Throw this all in the pot with your beans, then mix in your chili sauce. Add some of the chili soaking water to thin it out till it’s a good bit thinner than you want (it’ll thicken up). Bring it to a simmer and let it cook for, I dunno, half an hour to an hour?

Voila! Steve’s Chili A.F.


Serve with a dollop of sour cream or crema, chopped onions, some fresh cilantro and queso seco crumbles. Garnish with a lime wedge. Super tasty with some heated up corn tortillas. Enjoy!

Best oven-fried spuds

by Steve, January 4th, 2015



    Spuds, peeled
    Olive oil
    Melted butter
    Salt and pepper


Preheat oven to 425F. Slice spuds almost all the way through and place in a roasting pan. Drizzle with olive oil and melted butter. Roast for 45 minutes or so. Use a pastry brush to slather the butter and oil over the tops of the spuds a couple times during the baking. Done when browned on top and crispy on the bottom.

Mothers’ Day Fritatta

by Steve, May 11th, 2014



    1 package frozen hashbrowns
    6 eggs
    1 6 oz. tub pesto
    1 bunch asparagus
    olive oil
    balsamic vinegar
    salt & pepper

Preheat oven to 400F.

Preheat a large cast iron skillet* with oil over medium-high heat. Put hashbrowns in preheated pan and cover.

Roast asparagus in olive oil and a splash of balsamic vinegar.

Beat eggs, and add tub of pesto. Chop up roasted asparagus, let cool a bit, then add to egg mixture.

Preheat broiler.

When hashbrowns have browned on the bottom, remove from heat and pour egg mixture over the top. Put under the broiler until firm and browned on top.

*If you don’t have a cast iron skillet, you can improvise with a non-stick skillet and a roasting pan. That’s what I did today. I browned the hashbrowns in two batches in a non-stick skillet, then transferred them to the roasting pan for the final broiling.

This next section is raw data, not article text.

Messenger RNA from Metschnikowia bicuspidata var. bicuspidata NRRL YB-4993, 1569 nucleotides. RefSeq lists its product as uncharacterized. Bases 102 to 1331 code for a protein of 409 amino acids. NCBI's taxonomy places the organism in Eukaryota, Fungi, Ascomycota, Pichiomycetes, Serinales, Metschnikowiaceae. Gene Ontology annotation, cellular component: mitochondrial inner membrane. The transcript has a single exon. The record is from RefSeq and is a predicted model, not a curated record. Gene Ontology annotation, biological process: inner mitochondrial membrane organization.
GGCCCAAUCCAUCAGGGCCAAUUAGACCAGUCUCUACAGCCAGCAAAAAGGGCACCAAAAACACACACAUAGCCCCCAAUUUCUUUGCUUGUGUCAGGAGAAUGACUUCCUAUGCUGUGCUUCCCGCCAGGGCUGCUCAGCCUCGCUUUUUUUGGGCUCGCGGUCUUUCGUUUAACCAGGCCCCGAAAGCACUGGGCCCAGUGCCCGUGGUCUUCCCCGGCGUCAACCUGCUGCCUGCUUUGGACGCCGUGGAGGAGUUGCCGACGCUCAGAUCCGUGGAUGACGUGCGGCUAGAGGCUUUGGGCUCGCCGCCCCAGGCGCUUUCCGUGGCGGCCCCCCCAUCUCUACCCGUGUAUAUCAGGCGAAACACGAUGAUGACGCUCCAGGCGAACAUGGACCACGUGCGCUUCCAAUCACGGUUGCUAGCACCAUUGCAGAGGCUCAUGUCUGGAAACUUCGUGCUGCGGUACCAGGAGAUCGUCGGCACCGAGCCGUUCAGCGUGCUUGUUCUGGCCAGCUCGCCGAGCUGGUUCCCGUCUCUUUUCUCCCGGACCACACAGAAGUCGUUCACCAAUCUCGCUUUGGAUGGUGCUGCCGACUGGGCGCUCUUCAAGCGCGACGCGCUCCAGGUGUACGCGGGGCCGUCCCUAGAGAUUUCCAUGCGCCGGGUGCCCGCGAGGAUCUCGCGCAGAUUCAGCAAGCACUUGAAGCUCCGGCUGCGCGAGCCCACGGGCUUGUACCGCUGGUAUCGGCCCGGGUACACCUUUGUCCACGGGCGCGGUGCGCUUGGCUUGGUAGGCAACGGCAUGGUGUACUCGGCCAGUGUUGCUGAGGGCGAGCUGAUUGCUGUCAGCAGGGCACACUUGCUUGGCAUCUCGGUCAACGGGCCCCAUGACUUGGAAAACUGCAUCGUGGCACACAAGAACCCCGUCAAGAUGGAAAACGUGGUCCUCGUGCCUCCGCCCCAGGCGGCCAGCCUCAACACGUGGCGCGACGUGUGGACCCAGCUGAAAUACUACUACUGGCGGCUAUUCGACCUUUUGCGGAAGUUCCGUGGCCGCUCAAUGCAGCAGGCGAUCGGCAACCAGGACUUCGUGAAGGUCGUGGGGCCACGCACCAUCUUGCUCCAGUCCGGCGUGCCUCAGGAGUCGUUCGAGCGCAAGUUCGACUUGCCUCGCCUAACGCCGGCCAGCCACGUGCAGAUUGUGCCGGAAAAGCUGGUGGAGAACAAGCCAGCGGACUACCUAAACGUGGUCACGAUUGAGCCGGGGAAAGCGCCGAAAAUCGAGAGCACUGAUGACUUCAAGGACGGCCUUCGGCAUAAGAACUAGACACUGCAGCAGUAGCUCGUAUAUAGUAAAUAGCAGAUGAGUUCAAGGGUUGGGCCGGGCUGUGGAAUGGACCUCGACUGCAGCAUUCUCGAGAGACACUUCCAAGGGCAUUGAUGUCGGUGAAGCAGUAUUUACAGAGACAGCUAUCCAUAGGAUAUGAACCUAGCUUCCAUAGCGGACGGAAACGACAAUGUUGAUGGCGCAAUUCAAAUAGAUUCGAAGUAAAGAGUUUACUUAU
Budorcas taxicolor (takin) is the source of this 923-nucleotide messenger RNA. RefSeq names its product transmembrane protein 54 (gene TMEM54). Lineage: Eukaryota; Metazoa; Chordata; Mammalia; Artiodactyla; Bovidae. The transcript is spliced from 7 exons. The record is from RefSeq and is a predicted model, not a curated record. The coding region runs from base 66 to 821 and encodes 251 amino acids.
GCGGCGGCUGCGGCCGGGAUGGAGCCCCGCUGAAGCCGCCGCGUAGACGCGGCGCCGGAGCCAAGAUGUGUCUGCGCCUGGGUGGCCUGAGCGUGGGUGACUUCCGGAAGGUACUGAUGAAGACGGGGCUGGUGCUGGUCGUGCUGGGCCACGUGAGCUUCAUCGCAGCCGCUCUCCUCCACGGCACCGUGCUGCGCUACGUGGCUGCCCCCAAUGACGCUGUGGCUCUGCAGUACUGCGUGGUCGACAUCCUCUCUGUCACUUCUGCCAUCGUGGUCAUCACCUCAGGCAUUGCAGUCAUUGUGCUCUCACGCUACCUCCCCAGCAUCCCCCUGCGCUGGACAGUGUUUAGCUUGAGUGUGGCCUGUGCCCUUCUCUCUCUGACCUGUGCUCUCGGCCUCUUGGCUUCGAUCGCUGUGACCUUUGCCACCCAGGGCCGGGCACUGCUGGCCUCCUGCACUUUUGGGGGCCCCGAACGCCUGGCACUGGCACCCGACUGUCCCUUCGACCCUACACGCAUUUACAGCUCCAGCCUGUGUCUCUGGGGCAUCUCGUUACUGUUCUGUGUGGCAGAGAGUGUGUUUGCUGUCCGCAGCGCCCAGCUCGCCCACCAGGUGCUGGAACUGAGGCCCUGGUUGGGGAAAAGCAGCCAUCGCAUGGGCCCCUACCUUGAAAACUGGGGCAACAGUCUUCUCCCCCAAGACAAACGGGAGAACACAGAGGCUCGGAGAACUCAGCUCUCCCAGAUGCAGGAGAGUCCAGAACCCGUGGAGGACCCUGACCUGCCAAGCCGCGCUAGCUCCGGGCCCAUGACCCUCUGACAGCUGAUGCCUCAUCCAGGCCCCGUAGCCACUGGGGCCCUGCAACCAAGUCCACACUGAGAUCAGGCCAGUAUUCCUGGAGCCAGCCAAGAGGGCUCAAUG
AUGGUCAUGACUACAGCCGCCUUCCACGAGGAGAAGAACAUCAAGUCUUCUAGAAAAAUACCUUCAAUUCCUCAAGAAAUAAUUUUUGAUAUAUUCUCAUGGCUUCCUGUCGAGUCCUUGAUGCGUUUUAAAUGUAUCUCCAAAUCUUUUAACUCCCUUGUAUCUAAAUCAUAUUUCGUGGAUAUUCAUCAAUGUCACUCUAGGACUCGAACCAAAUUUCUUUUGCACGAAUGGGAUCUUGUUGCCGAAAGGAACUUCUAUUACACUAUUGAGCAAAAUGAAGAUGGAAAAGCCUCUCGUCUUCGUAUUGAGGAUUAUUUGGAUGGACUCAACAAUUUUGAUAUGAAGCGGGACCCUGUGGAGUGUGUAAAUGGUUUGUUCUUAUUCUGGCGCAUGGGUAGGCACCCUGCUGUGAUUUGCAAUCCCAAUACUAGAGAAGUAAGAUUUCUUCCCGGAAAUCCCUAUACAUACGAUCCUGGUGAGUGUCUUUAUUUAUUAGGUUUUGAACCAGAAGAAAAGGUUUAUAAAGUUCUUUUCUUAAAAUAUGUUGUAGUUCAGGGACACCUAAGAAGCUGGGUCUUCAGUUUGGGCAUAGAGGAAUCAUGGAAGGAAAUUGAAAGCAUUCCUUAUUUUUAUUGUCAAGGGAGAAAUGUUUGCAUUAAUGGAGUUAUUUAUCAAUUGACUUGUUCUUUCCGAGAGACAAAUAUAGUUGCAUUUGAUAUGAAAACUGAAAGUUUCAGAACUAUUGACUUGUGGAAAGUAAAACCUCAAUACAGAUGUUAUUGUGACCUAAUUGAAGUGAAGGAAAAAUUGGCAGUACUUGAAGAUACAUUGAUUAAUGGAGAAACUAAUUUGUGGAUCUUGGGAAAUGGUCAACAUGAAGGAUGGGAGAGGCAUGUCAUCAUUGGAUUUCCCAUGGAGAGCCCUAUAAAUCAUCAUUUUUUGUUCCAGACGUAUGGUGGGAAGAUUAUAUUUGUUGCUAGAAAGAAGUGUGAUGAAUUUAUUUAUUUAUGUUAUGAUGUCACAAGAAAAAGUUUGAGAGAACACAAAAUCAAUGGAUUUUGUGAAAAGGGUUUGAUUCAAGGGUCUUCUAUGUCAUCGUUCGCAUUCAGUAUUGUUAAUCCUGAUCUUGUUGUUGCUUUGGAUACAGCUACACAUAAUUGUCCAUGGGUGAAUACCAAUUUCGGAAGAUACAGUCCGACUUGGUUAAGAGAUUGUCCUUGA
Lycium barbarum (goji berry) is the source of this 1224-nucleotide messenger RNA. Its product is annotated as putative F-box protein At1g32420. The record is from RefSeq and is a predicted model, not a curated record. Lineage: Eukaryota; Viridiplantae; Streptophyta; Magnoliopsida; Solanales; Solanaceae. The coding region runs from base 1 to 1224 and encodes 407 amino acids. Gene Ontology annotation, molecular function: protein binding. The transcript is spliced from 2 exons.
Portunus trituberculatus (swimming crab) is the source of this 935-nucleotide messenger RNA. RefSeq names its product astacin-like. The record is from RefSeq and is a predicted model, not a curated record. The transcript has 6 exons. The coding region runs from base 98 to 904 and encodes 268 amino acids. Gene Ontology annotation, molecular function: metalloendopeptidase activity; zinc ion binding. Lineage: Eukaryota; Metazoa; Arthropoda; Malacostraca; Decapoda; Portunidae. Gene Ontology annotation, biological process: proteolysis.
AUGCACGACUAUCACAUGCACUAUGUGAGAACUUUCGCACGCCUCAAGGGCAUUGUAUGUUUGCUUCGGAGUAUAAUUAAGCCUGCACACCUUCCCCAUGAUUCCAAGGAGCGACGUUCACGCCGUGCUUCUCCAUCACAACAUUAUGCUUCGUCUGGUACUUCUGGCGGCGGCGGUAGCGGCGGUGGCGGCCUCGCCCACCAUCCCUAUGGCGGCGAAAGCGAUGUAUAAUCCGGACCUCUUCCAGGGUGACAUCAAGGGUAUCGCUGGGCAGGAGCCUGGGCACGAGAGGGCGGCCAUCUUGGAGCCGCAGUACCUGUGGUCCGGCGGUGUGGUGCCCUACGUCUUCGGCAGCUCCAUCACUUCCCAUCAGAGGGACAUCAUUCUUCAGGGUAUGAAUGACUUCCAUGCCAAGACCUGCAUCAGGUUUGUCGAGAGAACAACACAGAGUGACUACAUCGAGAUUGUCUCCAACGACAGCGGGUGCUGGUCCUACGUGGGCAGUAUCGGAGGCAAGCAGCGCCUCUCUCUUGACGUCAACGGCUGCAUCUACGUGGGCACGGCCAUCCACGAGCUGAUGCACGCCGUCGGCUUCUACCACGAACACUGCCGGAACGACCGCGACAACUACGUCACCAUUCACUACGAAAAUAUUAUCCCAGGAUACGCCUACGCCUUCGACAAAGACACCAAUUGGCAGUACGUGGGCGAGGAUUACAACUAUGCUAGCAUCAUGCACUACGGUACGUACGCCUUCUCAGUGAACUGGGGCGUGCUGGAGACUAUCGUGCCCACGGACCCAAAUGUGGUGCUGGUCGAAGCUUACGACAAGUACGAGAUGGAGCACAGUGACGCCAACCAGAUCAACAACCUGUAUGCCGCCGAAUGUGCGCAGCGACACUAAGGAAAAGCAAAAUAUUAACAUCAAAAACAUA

Pesto primavera

by Steve, June 30th, 2013

Yeah, it’s lestate, not la primavera, but the peas are just coming on strong, and so are the carrots. And we had some red bells and pesto in the fridge, ergo:
Pesto primavera


    1 Red bell pepper, sliced
    1 handful fresh carrots, sliced thinly on a diagonal
    2 handfuls snow peas, sliced into bite-size chunks
    1/2 sweet onion, chopped
    6 cloves garlic, sliced
    1 handful sun-dried tomatoes, chopped (I like the kind packed with olive oil)
    Grated Parmesan
    1/2 cup pesto
    Zest of 1 lemon
    Olive oil


Saute onion, carrot and pepper in olive oil over medium heat until soft. Add peas, garlic and sun-dried tomatoes. Saute until soft, then turn up heat and sear. When carrots and onions are browned a little, turn off heat and toss in pesto. Serve over capellini, top with a sprinkle of Parmesan and another sprinkle of lemon zest.

Leftover salad

by Steve, April 18th, 2013

No lettuce? No problem!

leftover Salad

    1/2 red bell pepper, cut into 3/4″ squares
    1/2 cucumber, sliced thinly
    1 medium carrot, grated